Self-Driving Cars is What’s Next for CRE

Last week, I wrote about the first seventeen years of my career in corporate real estate, and at the end of the article, I promised to write about the future.

One of my favorite television characters of all time, The West Wing’s President, Josiah Bartlet, frequently asked his staff, “What’s next?”

While you might think I would write about VTS, Hightower, The News Funnel, RealConnex, LeaseCalcs, or a myriad of other tech tools, I won’t. I could have asked industry insiders like Jonathan Schultz, but I didn’t. They are what’s NOW.

What’s next is a lot harder to predict, so I am going to talk about a major disruption, not only to our industry but to our society as a whole, that’s on the horizon.

Self-driving cars.

According to a recent article by John Greenough for Business Insider, there will be 10 million self driving cars on the road by 2020. As soon as they are safe and reasonably affordable, I will own one. Consider the following:

  • I drive approximately 25,000 miles a year and spend 10 hours a week in my car. What could I accomplish with 10 more hours a week? What couldn’t I accomplish?!?
  • With companies seeking denser work environments, parking is one of the biggest issues impacting suburban office buildings. One of our clients leased 25,000 sf in an adjacent building simply for the parking in order to meet their density needs! Self driving cars will eliminate, or at least minimize, this problem. How so? After my car drops me off at the front door of my building, do I really care where it’s parked?
  • While I know very little about supply chain management, I know that having trucks that can drive themselves means that they can drive all night without stopping to rest. The average age of a commercial truck driver is currently 55 years old. The life expectancy is 61. It seems to me that the shipping/trucking industry will be making large investments to make this happen.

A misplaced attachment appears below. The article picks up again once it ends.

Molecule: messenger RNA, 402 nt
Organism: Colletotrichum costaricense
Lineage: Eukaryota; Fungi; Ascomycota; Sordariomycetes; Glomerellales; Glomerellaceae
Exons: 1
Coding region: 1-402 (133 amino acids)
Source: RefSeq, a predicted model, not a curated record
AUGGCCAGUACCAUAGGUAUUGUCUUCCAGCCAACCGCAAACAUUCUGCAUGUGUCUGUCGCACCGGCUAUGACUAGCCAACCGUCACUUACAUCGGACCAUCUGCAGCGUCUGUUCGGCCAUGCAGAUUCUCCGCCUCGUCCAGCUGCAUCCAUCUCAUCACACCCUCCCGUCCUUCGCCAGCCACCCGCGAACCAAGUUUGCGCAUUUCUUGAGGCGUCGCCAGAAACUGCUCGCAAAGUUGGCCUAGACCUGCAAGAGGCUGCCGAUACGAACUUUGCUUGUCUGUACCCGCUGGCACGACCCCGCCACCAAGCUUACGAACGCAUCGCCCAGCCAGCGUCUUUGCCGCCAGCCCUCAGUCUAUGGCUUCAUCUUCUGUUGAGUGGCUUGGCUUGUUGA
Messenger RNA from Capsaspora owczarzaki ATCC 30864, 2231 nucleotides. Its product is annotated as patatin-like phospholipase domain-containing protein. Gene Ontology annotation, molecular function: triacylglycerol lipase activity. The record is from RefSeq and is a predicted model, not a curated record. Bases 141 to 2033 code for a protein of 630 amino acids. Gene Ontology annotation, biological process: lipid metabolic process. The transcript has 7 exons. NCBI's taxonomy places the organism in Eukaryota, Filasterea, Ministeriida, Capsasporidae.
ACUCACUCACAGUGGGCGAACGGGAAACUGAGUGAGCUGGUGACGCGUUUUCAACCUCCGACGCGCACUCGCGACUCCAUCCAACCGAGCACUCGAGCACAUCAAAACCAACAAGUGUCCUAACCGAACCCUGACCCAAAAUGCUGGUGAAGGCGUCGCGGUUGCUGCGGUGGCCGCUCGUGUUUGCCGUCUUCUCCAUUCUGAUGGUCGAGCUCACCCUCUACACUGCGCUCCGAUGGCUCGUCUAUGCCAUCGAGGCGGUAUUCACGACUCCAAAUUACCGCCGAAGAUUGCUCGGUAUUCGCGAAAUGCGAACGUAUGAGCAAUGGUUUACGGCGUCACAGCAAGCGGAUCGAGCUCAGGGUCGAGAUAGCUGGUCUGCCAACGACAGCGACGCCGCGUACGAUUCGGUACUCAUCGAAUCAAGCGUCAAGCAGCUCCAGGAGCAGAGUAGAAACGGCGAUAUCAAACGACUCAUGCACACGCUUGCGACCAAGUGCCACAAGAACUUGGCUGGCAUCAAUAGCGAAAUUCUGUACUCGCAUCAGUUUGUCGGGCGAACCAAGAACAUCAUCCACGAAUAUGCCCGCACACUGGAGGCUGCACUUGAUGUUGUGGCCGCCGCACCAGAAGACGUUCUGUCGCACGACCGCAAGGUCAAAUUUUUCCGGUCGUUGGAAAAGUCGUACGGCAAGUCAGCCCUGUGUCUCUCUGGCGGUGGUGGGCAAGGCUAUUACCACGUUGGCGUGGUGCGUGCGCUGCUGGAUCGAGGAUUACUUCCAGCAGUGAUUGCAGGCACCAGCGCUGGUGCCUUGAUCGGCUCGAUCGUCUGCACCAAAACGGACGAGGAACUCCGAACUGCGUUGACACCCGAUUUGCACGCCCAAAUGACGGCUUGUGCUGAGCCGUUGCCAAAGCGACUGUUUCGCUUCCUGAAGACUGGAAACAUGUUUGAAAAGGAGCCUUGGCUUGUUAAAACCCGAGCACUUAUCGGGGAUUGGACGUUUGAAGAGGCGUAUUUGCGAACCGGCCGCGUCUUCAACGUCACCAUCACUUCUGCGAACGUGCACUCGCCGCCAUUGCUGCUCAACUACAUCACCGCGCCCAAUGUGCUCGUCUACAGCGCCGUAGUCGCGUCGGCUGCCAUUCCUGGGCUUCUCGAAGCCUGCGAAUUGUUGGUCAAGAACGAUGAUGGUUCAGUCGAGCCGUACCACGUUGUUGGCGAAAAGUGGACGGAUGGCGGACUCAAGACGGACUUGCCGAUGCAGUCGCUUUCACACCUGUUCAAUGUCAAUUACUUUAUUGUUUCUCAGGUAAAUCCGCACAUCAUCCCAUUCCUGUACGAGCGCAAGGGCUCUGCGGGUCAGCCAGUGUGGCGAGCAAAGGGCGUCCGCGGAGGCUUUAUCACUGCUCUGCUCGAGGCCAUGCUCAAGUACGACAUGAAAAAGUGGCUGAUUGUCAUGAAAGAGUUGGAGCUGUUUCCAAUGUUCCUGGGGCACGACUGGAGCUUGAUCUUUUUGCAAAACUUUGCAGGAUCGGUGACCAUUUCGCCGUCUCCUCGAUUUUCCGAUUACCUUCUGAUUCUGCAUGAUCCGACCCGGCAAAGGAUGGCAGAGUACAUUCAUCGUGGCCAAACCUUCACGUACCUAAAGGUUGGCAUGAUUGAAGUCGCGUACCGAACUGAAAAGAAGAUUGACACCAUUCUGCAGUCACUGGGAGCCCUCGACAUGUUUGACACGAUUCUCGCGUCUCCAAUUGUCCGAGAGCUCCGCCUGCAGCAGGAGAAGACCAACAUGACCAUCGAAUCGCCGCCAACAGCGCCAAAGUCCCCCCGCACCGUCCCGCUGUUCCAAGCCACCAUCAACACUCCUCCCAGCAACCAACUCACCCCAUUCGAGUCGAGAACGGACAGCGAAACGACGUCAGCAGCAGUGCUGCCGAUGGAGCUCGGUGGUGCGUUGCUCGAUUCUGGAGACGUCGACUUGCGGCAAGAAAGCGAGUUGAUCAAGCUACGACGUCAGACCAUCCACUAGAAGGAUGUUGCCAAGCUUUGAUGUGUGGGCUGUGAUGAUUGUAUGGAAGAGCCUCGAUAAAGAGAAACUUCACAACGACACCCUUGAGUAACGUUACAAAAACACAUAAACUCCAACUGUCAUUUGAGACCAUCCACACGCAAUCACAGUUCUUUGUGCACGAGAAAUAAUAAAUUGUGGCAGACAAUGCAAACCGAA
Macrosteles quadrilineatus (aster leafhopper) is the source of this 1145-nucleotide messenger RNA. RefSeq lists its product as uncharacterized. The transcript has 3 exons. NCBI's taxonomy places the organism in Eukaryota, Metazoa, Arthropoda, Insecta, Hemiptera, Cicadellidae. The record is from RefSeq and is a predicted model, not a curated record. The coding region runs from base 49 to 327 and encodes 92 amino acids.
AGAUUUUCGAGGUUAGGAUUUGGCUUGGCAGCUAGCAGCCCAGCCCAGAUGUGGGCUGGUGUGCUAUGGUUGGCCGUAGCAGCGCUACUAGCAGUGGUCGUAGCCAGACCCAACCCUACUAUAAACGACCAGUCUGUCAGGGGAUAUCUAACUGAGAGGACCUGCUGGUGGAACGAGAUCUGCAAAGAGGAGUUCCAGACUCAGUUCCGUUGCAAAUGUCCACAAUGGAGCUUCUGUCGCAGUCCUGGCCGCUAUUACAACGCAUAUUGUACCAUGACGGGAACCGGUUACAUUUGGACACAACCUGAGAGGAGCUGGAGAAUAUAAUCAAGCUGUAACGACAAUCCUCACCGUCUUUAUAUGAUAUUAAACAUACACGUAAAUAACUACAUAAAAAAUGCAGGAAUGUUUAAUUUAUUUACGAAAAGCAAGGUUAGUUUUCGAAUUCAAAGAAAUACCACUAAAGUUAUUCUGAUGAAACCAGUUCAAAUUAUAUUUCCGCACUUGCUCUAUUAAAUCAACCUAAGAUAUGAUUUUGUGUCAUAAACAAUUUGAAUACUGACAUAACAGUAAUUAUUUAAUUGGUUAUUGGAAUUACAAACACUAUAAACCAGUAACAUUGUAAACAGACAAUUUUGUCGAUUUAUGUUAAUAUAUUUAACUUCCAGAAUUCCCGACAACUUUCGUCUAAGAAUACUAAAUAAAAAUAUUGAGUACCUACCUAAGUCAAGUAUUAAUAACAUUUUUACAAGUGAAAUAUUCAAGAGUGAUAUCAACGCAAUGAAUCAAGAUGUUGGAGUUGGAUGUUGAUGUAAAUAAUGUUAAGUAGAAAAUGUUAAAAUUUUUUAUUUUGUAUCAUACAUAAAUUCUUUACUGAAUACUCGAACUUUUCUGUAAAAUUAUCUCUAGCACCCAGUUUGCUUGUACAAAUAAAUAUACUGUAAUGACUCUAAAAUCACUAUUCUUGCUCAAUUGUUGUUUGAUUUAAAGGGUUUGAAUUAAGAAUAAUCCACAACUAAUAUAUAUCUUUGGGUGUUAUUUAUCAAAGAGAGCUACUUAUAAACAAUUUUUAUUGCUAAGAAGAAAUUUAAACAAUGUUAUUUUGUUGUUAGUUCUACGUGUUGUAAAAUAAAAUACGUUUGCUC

• In addition to Cadillac, Tesla, Volvo, Mercedes-Benz and Nissan, Google, Uber, and Apple are all investing in this technology and just last week, Toyota announced a $1 billion investment over the next five years. They envision it being a game changer for the elderly and disabled.

While doing research for this post, I read an article on Tech Insider that was published last week claiming that the idea of the self-driving car is already obsolete. The article argues that we will eventually be transported in pods that use magnetic levitation, similar to high speed trains in Japan and China. Two Italian researchers are working on this project, which they call “Next”.

While I don’t see Americans giving up the creature comforts of their luxury cars for pods, which they may or may not own in the future, I do see Uber and other driving services growing in this direction. However, it all leads to more questions:

  • What are cities doing to change their infrastructure to accommodate a new mode of transportation?
  • What do self-driving cars mean for mass transportation?
  • Is this going to help or hurt sprawl?
  • How will parking decks and lots be impacted and/or adaptively reused?
  • Will the cars be individually owned or fleet-run?

Yesterday’s article on TechCrunch titled, How Many American Cities are Preparing For the Arrival of Self-Driving Cars? Not Many hits on a lot of these questions and more.

I started in commercial real estate on November 2, 1998. While no one had heard of it at the time, Google was founded just two months earlier. There were no iPods, let alone iPhones, and you still needed a VCR if you wanted to “tape” a show. In many ways, life is unrecognizable.

How else will life be unrecognizable in seventeen years from now? I don’t know, but as always, I am excited for “what’s next”.

What do you think is on the horizon?